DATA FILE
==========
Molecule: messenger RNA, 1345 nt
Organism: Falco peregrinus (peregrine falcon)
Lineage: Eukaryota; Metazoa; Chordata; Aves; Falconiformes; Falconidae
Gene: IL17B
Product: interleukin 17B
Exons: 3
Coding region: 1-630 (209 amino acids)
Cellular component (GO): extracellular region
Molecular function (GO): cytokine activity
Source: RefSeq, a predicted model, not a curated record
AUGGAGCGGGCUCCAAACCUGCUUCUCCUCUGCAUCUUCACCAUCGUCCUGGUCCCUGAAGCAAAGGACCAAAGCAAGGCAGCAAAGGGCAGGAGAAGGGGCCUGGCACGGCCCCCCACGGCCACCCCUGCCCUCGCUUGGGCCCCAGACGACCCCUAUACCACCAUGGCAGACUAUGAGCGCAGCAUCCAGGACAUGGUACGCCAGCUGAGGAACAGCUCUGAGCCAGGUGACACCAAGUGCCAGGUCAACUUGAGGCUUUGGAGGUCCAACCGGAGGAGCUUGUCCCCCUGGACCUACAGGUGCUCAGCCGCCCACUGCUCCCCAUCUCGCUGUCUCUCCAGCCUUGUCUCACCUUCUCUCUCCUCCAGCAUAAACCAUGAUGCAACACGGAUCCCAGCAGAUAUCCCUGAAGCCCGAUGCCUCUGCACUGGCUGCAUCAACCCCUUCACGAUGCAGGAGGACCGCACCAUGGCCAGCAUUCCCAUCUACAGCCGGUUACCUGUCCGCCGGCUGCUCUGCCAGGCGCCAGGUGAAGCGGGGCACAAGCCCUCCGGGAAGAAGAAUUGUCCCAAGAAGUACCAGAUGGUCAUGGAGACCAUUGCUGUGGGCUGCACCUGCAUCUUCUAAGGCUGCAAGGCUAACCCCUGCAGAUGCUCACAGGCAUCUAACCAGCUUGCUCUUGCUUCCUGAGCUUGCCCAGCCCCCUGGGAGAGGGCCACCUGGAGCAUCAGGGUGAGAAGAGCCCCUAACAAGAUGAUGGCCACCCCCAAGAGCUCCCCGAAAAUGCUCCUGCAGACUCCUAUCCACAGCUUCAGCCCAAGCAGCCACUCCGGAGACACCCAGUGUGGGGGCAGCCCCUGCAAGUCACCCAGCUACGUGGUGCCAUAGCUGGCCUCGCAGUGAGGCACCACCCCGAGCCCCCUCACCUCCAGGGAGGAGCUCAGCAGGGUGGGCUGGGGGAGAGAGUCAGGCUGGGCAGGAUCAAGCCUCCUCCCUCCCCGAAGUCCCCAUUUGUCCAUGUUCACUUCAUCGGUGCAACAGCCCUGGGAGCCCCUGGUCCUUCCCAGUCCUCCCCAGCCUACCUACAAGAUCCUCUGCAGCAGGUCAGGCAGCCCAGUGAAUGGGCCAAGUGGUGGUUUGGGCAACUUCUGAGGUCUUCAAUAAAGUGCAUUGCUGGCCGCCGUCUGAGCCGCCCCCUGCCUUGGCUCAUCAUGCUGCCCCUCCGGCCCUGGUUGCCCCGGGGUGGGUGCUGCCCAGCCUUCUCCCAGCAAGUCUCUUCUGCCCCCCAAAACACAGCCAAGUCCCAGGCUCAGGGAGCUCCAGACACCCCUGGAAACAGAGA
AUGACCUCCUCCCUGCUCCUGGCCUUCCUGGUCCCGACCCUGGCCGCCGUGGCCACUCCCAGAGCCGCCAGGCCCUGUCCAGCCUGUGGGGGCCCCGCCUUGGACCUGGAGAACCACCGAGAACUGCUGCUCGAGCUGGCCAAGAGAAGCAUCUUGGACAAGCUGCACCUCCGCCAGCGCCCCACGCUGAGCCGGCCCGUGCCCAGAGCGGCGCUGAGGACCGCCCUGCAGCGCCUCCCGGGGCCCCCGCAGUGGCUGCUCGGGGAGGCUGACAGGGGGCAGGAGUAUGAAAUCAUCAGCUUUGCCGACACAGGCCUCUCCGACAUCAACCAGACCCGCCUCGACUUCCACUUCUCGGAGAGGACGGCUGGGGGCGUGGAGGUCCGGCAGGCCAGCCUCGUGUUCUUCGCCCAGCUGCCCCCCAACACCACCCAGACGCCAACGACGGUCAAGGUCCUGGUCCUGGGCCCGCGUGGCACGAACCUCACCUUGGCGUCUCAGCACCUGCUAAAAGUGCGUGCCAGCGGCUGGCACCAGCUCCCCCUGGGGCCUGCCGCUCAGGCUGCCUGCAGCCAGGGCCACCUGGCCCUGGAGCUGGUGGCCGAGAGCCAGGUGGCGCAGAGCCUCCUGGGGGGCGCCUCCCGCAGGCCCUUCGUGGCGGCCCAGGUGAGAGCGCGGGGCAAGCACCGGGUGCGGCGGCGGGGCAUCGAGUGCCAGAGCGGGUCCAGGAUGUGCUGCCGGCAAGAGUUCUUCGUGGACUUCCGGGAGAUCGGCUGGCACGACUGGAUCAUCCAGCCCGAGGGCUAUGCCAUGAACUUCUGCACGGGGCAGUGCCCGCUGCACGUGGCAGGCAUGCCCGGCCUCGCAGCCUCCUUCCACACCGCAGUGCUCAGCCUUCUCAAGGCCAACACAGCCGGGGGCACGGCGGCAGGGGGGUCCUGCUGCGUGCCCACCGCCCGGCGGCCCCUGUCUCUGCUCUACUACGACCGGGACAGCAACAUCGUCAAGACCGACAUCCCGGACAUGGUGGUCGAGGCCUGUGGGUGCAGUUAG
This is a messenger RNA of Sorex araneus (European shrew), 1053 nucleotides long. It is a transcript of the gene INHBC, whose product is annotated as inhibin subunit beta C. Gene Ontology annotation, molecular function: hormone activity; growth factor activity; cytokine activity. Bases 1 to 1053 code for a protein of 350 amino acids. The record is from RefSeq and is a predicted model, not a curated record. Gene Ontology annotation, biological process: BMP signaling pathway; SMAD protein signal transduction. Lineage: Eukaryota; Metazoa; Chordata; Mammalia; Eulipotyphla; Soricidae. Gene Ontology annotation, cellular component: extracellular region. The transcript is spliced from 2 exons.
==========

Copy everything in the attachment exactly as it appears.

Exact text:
Molecule: messenger RNA, 1345 nt
Organism: Falco peregrinus (peregrine falcon)
Lineage: Eukaryota; Metazoa; Chordata; Aves; Falconiformes; Falconidae
Gene: IL17B
Product: interleukin 17B
Exons: 3
Coding region: 1-630 (209 amino acids)
Cellular component (GO): extracellular region
Molecular function (GO): cytokine activity
Source: RefSeq, a predicted model, not a curated record
AUGGAGCGGGCUCCAAACCUGCUUCUCCUCUGCAUCUUCACCAUCGUCCUGGUCCCUGAAGCAAAGGACCAAAGCAAGGCAGCAAAGGGCAGGAGAAGGGGCCUGGCACGGCCCCCCACGGCCACCCCUGCCCUCGCUUGGGCCCCAGACGACCCCUAUACCACCAUGGCAGACUAUGAGCGCAGCAUCCAGGACAUGGUACGCCAGCUGAGGAACAGCUCUGAGCCAGGUGACACCAAGUGCCAGGUCAACUUGAGGCUUUGGAGGUCCAACCGGAGGAGCUUGUCCCCCUGGACCUACAGGUGCUCAGCCGCCCACUGCUCCCCAUCUCGCUGUCUCUCCAGCCUUGUCUCACCUUCUCUCUCCUCCAGCAUAAACCAUGAUGCAACACGGAUCCCAGCAGAUAUCCCUGAAGCCCGAUGCCUCUGCACUGGCUGCAUCAACCCCUUCACGAUGCAGGAGGACCGCACCAUGGCCAGCAUUCCCAUCUACAGCCGGUUACCUGUCCGCCGGCUGCUCUGCCAGGCGCCAGGUGAAGCGGGGCACAAGCCCUCCGGGAAGAAGAAUUGUCCCAAGAAGUACCAGAUGGUCAUGGAGACCAUUGCUGUGGGCUGCACCUGCAUCUUCUAAGGCUGCAAGGCUAACCCCUGCAGAUGCUCACAGGCAUCUAACCAGCUUGCUCUUGCUUCCUGAGCUUGCCCAGCCCCCUGGGAGAGGGCCACCUGGAGCAUCAGGGUGAGAAGAGCCCCUAACAAGAUGAUGGCCACCCCCAAGAGCUCCCCGAAAAUGCUCCUGCAGACUCCUAUCCACAGCUUCAGCCCAAGCAGCCACUCCGGAGACACCCAGUGUGGGGGCAGCCCCUGCAAGUCACCCAGCUACGUGGUGCCAUAGCUGGCCUCGCAGUGAGGCACCACCCCGAGCCCCCUCACCUCCAGGGAGGAGCUCAGCAGGGUGGGCUGGGGGAGAGAGUCAGGCUGGGCAGGAUCAAGCCUCCUCCCUCCCCGAAGUCCCCAUUUGUCCAUGUUCACUUCAUCGGUGCAACAGCCCUGGGAGCCCCUGGUCCUUCCCAGUCCUCCCCAGCCUACCUACAAGAUCCUCUGCAGCAGGUCAGGCAGCCCAGUGAAUGGGCCAAGUGGUGGUUUGGGCAACUUCUGAGGUCUUCAAUAAAGUGCAUUGCUGGCCGCCGUCUGAGCCGCCCCCUGCCUUGGCUCAUCAUGCUGCCCCUCCGGCCCUGGUUGCCCCGGGGUGGGUGCUGCCCAGCCUUCUCCCAGCAAGUCUCUUCUGCCCCCCAAAACACAGCCAAGUCCCAGGCUCAGGGAGCUCCAGACACCCCUGGAAACAGAGA
AUGACCUCCUCCCUGCUCCUGGCCUUCCUGGUCCCGACCCUGGCCGCCGUGGCCACUCCCAGAGCCGCCAGGCCCUGUCCAGCCUGUGGGGGCCCCGCCUUGGACCUGGAGAACCACCGAGAACUGCUGCUCGAGCUGGCCAAGAGAAGCAUCUUGGACAAGCUGCACCUCCGCCAGCGCCCCACGCUGAGCCGGCCCGUGCCCAGAGCGGCGCUGAGGACCGCCCUGCAGCGCCUCCCGGGGCCCCCGCAGUGGCUGCUCGGGGAGGCUGACAGGGGGCAGGAGUAUGAAAUCAUCAGCUUUGCCGACACAGGCCUCUCCGACAUCAACCAGACCCGCCUCGACUUCCACUUCUCGGAGAGGACGGCUGGGGGCGUGGAGGUCCGGCAGGCCAGCCUCGUGUUCUUCGCCCAGCUGCCCCCCAACACCACCCAGACGCCAACGACGGUCAAGGUCCUGGUCCUGGGCCCGCGUGGCACGAACCUCACCUUGGCGUCUCAGCACCUGCUAAAAGUGCGUGCCAGCGGCUGGCACCAGCUCCCCCUGGGGCCUGCCGCUCAGGCUGCCUGCAGCCAGGGCCACCUGGCCCUGGAGCUGGUGGCCGAGAGCCAGGUGGCGCAGAGCCUCCUGGGGGGCGCCUCCCGCAGGCCCUUCGUGGCGGCCCAGGUGAGAGCGCGGGGCAAGCACCGGGUGCGGCGGCGGGGCAUCGAGUGCCAGAGCGGGUCCAGGAUGUGCUGCCGGCAAGAGUUCUUCGUGGACUUCCGGGAGAUCGGCUGGCACGACUGGAUCAUCCAGCCCGAGGGCUAUGCCAUGAACUUCUGCACGGGGCAGUGCCCGCUGCACGUGGCAGGCAUGCCCGGCCUCGCAGCCUCCUUCCACACCGCAGUGCUCAGCCUUCUCAAGGCCAACACAGCCGGGGGCACGGCGGCAGGGGGGUCCUGCUGCGUGCCCACCGCCCGGCGGCCCCUGUCUCUGCUCUACUACGACCGGGACAGCAACAUCGUCAAGACCGACAUCCCGGACAUGGUGGUCGAGGCCUGUGGGUGCAGUUAG
This is a messenger RNA of Sorex araneus (European shrew), 1053 nucleotides long. It is a transcript of the gene INHBC, whose product is annotated as inhibin subunit beta C. Gene Ontology annotation, molecular function: hormone activity; growth factor activity; cytokine activity. Bases 1 to 1053 code for a protein of 350 amino acids. The record is from RefSeq and is a predicted model, not a curated record. Gene Ontology annotation, biological process: BMP signaling pathway; SMAD protein signal transduction. Lineage: Eukaryota; Metazoa; Chordata; Mammalia; Eulipotyphla; Soricidae. Gene Ontology annotation, cellular component: extracellular region. The transcript is spliced from 2 exons.